No matter how unique an idea seems, developing it into a flourishing business with good returns is not a child’s play. The strategies have to be correct; the execution has to be right and the revenue has to be channelised properly. But for all these to happen smoothly, the foremost thing that needs to be ensured is the flow of money into the business, right from the stage of its ideation. If bootstrapping or angel investments are not coming through then startups have to turn to VC funding for capital. Thus, it’s usually a practice to source funding from external sources, and venture capital (VC) funding is one of the most popular ways to do that for startups.
The question that pops up first is – why would one choose VC funding for their business? The answer might be simple – VC funding doesn’t require repayment of the fund to the investor. But in reality, there’s a lot more to this simple statement and clauses far deeper that need to be considered. To understand this well before choosing the VC route, every founder must know what venture capital funding is and how it functions, as well as its pros and cons and things that need to be analysed before decision-making.
What Is VC Funding?
Definition of venture capital is a fund sourced from wealthy people, big companies and pension funds that are invested into various businesses so that they can grow and make a profit and provide returns in multiple terms of the initial investment. The aim of the investors here is to support the startups to grow, upscale and reach a point of IPO offering, acquisition by bigger companies or buying of smaller ones so that they can make a successful exit, cashing out a good amount of return from the VC money invested. The motto of the entrepreneur, on the other hand, is to sustain stable and fruitful growth, ensuring profits so that the investors don’t make a quick exit.
There can be individual investors who can put their money into the business or a venture capital company that invests the total fund accumulated into a portfolio of several businesses. Startups have the highest probability to fail due to the inexperience of founders and negligible track record of the startup ecosystem in India. Thus, often individual investors are not convinced and stay away from funding startups. Here, funding deals are mostly done by venture capital firms who balance losses from a startup’s failure by returns from other deals of the investment portfolio.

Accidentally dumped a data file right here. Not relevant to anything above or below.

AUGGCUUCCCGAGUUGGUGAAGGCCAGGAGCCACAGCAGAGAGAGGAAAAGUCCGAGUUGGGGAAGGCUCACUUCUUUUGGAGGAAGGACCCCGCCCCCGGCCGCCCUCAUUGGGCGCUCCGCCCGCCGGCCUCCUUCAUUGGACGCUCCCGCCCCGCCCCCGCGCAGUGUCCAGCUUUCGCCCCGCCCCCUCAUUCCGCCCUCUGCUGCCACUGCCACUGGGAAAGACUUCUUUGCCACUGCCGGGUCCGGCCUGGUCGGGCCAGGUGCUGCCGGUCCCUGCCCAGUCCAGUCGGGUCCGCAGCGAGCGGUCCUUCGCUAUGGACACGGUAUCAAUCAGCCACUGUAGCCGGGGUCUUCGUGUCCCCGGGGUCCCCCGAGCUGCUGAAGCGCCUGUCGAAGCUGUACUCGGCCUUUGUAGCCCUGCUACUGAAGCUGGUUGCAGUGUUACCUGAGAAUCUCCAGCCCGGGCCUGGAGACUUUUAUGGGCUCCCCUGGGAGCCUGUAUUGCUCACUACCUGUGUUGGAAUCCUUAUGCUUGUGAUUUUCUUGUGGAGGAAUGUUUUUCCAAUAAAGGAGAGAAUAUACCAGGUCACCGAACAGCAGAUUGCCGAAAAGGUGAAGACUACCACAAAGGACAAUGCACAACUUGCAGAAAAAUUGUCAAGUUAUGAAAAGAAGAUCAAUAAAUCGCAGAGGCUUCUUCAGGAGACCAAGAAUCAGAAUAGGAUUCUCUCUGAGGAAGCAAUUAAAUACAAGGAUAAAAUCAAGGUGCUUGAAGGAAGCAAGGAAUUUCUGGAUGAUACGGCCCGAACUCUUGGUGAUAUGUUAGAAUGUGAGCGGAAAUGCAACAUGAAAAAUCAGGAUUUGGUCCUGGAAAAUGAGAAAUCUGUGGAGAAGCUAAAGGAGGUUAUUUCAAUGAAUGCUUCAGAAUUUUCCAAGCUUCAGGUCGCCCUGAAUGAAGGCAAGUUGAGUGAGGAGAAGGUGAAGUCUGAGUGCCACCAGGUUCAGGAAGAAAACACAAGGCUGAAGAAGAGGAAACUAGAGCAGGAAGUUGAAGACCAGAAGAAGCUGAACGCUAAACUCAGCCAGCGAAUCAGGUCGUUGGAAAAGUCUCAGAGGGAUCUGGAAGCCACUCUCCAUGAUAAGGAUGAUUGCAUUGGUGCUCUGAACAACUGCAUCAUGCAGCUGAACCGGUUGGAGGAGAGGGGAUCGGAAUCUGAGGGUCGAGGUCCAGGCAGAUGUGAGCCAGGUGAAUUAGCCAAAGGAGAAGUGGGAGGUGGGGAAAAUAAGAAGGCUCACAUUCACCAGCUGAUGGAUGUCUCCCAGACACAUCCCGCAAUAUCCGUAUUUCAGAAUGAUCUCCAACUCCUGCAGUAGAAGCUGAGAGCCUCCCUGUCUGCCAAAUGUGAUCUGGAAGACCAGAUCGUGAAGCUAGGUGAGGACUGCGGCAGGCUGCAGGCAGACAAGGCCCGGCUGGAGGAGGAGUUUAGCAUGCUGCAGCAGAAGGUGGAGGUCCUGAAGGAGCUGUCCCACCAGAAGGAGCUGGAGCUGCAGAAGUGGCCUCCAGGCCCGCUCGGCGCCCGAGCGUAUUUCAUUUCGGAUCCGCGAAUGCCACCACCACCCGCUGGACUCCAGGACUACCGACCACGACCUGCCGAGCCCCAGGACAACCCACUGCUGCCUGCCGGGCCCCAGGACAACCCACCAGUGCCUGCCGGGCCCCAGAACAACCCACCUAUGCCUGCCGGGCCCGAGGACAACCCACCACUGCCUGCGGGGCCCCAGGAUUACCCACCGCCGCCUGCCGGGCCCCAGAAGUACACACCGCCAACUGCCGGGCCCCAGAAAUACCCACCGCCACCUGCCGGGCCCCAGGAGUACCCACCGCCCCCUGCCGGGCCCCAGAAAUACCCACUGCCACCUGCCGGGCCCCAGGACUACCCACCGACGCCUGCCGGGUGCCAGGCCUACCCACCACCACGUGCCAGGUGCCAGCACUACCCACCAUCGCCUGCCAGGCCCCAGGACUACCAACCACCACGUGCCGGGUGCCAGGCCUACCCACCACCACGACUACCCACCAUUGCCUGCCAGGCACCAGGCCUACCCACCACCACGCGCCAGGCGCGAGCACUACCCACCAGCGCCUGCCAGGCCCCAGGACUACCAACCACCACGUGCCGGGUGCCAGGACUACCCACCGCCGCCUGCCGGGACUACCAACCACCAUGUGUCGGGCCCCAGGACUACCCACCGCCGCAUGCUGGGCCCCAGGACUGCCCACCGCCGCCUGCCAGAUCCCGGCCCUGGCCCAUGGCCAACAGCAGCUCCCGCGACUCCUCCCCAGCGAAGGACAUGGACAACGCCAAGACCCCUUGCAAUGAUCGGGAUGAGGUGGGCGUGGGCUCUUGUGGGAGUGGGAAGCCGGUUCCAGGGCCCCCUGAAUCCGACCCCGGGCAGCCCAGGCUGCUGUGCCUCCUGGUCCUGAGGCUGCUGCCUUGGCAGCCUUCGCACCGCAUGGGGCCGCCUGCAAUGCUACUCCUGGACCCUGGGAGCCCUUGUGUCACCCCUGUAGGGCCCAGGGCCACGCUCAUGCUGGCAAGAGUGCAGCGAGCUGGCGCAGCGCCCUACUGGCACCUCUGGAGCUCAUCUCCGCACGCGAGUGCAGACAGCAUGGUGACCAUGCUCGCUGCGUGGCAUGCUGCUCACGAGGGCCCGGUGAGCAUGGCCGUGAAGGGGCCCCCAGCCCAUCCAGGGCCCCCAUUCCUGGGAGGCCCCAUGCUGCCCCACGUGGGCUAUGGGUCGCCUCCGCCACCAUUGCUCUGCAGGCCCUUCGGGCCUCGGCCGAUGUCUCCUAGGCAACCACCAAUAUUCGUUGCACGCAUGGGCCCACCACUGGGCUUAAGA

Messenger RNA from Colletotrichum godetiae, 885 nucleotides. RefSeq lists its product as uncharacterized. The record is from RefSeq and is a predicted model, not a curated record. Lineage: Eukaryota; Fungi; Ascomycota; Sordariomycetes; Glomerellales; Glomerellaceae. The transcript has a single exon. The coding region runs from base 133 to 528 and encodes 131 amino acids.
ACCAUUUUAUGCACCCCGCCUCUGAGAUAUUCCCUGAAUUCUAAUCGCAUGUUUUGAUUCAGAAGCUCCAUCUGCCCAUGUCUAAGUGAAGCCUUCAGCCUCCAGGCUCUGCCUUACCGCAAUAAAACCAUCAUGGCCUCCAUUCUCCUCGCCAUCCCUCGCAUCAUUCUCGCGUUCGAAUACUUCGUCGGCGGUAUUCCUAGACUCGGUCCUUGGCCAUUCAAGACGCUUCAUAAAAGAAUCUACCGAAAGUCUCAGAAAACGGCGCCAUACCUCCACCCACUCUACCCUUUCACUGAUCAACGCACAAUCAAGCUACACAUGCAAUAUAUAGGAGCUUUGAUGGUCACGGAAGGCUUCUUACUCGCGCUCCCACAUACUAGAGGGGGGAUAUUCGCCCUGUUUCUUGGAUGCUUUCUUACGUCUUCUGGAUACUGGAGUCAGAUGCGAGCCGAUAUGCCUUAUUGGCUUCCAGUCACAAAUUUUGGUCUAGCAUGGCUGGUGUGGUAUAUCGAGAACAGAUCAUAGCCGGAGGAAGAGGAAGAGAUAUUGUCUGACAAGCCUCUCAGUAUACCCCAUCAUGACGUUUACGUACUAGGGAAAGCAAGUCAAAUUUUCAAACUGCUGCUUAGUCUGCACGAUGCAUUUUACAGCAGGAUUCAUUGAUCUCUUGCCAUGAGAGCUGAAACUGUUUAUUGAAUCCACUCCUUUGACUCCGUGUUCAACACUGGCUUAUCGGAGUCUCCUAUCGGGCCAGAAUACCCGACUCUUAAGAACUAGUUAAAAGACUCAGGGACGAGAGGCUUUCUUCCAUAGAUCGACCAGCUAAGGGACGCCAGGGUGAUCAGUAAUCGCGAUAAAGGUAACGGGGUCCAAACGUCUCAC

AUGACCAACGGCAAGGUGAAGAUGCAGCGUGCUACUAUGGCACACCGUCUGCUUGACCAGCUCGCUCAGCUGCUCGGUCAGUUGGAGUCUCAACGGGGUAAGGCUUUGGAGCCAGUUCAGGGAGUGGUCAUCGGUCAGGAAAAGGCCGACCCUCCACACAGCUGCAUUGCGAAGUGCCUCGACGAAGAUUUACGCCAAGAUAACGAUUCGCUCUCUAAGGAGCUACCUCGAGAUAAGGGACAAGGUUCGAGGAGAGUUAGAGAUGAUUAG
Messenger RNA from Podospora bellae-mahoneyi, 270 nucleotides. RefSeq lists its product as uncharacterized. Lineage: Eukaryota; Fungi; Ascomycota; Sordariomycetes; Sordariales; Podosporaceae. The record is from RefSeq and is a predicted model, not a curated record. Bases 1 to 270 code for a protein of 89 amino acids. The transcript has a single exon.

The Right Time To Raise VC Funding For Startups
These days venture capital is a lot more flexible than it was a few years ago. VC money is invested at all stages of startup growth, starting from seed and early-stage funding to growth-stage, and late-stage ventures. The good thing about the Indian startup ecosystem is that VC investors have not shied away from backing startups early.
Venture capital firms invest in startups, seeking good returns and in India, there’s plenty of opportunity for the right service considering the untapped market. In exchange for the investment, they get equities or company shares from the startup, thus earning the right to be on the board of directors and participate in all the business decisions. While on the one hand, this gives investors a scope to secure potential returns, on the other hand, it takes away the entrepreneur’s complete autonomy over their business. With investors on board, founders will feel some pressure to deliver the returns — but that largely depends on the investor itself.
This is an important thing to consider from the founder’s point of view while deciding whether to raise VC funding for the business.
But, in a situation where the founder has got an exclusive idea that is first of its kind in the operating sector and is certainly going to succeed as a business. Here, instead of them approaching investors or VC firms, it might be the case that investors come to their door. Here the founder has the leverage and can get good funding for lower equity — while in the case of a founder pitching their idea to many investors, this demand-supply dynamic is reversed.
So in a sense, a startup should ideally go for VC funding when it doesn’t need the money — but that’s high-brow talk as any founder would tell their peers to take the money when it comes. So the timing of VC fundraising has always been a debate.